The NF-KAPPAB signaling pathway of the sea anemone Nematostella vectensis: functional characterization of core elements and two naturally occuring polymorphisms
Wolenski, Francis S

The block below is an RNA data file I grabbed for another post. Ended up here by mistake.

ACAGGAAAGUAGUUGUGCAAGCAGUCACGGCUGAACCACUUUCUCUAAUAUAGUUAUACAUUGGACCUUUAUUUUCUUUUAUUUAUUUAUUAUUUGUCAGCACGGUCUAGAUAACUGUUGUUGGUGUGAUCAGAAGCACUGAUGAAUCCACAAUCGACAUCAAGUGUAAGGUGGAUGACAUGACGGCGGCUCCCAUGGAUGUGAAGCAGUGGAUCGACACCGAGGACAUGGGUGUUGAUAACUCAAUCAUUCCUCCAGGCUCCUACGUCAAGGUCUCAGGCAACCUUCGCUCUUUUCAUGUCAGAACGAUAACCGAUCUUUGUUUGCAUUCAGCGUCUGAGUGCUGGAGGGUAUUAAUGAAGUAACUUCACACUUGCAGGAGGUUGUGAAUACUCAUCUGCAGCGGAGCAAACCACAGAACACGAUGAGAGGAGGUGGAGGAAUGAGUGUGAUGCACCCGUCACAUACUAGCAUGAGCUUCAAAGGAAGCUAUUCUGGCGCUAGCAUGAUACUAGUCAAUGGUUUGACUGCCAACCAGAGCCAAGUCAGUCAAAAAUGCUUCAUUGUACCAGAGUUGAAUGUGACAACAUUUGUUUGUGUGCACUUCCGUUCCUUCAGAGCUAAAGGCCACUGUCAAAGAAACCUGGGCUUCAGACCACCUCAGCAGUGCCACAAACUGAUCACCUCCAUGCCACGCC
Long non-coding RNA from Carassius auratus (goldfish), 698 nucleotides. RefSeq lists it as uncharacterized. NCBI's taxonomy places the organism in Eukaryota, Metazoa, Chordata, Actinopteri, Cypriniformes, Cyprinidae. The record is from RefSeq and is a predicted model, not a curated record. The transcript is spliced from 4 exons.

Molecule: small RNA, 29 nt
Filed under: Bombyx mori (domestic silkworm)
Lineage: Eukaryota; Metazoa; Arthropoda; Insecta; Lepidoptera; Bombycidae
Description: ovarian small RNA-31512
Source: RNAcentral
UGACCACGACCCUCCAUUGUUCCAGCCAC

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The NF-κB family of eukaryotic transcription factors is activated in response to many environmental and biological stresses and is required for several important developmental processes. The sea anemone Nematostella vectensis (Nv) is the leading developmental and genomic model for the phylum Cnidaria, which includes anemones, hydras, jellyfish and corals. Sequencing of the Nematostella genome revealed sequences encoding NF-κB pathway proteins, including homologs of NF-κB, IκB, Bcl-3 and IKK. The goal ofthis research was to characterize molecular and biological functions of the Nv-NF-κB pathway proteins, in part because Nematostella is a model organism in which a framework for understanding the evolutionary origins of NF-κB signaling could be established. In this thesis, cDNAs for Nv-NF-κB pathway proteins were cloned and characterized. Nv-NF-κB is shown to bind to κB sites and activate transcription of reporter genes containing multimeric κB sites. Nv-NF-κB is localized in the nucleus of cells in developing Nematostella embryos and is expressed in the cytoplasm of a subset of ectodermal cells in juvenile and adult Nematostella. When over-expressed in human A293 cells, Nv-IκB and Nv-Bcl-3 can both interact with Nv-NF-κB and block its ability to activate reporter gene expression. Nv-IKK is most similar to human IKKc/TBK kinases, and can phosphorylate Nv-IκB in vitro. These results indicate that the core NF-κB pathway proteins in Nematostella are similar to their vertebrate homologs. This thesis also describes two geographically dispersed, naturally occurring NF-κB alleles in Nematostella. Proteins encoded by these two alleles, Nv-NF-κB-C and Nv-NF-κB-S, are polymorphic at key amino acids and have differing activities. Polymorphic residue 67 contributes to the difference between the two Nv-NF-κB variants in reporter gene transactivation. Computational modeling and electrophoretic mobility shift assays indicate that polymorphic positions 67 and 269 are responsible for differences in DNA binding of the two NF-KB variants. Additionally, the DNA-binding activity of Nv-NF-κB-C is more sensitive to redox conditions and thiol-reactive compounds than is the activity of Nv-NF-κB-S. These results suggest that environmental conditions, such as oxidative stress, have driven the divergence of the two alleles.
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